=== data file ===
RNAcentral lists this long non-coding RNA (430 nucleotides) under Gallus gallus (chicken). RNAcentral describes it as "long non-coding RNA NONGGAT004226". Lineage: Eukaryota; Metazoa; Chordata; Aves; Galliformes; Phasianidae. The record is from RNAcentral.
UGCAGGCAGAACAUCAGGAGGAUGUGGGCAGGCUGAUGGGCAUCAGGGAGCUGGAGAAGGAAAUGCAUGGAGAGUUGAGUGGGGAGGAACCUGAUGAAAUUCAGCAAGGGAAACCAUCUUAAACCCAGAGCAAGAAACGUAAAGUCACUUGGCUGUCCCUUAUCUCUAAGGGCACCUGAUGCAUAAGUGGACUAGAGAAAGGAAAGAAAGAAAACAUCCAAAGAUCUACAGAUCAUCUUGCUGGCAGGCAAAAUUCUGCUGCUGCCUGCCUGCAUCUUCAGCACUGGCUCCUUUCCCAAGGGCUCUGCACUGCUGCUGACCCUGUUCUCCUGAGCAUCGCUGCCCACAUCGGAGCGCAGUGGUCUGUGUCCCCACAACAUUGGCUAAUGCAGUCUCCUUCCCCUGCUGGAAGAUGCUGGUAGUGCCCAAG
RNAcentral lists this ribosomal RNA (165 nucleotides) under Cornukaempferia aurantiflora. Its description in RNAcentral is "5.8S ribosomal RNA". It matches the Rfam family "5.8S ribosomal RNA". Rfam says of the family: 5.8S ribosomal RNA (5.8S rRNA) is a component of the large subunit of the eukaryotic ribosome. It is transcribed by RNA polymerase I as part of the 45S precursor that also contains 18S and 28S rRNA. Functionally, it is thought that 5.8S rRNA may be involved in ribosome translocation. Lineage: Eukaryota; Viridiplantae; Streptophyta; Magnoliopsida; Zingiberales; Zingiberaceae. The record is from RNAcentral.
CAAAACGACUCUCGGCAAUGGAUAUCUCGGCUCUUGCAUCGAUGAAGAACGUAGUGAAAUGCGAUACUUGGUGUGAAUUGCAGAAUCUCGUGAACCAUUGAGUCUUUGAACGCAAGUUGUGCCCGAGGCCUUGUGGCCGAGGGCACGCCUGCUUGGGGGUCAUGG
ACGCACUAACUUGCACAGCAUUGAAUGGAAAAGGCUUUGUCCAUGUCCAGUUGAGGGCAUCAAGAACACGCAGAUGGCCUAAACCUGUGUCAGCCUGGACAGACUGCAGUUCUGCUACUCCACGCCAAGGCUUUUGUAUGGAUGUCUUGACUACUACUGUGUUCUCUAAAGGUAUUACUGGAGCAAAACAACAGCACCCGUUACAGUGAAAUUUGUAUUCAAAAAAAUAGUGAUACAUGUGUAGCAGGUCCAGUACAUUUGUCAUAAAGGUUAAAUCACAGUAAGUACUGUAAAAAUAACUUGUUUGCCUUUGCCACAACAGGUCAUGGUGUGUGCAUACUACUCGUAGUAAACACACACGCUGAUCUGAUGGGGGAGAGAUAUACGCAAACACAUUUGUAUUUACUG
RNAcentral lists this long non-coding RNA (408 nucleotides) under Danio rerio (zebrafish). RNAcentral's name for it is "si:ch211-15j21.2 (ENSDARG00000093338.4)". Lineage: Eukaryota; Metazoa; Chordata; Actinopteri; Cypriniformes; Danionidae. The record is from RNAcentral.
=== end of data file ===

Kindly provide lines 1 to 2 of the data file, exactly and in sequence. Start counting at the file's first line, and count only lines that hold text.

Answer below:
RNAcentral lists this long non-coding RNA (430 nucleotides) under Gallus gallus (chicken). RNAcentral describes it as "long non-coding RNA NONGGAT004226". Lineage: Eukaryota; Metazoa; Chordata; Aves; Galliformes; Phasianidae. The record is from RNAcentral.
UGCAGGCAGAACAUCAGGAGGAUGUGGGCAGGCUGAUGGGCAUCAGGGAGCUGGAGAAGGAAAUGCAUGGAGAGUUGAGUGGGGAGGAACCUGAUGAAAUUCAGCAAGGGAAACCAUCUUAAACCCAGAGCAAGAAACGUAAAGUCACUUGGCUGUCCCUUAUCUCUAAGGGCACCUGAUGCAUAAGUGGACUAGAGAAAGGAAAGAAAGAAAACAUCCAAAGAUCUACAGAUCAUCUUGCUGGCAGGCAAAAUUCUGCUGCUGCCUGCCUGCAUCUUCAGCACUGGCUCCUUUCCCAAGGGCUCUGCACUGCUGCUGACCCUGUUCUCCUGAGCAUCGCUGCCCACAUCGGAGCGCAGUGGUCUGUGUCCCCACAACAUUGGCUAAUGCAGUCUCCUUCCCCUGCUGGAAGAUGCUGGUAGUGCCCAAG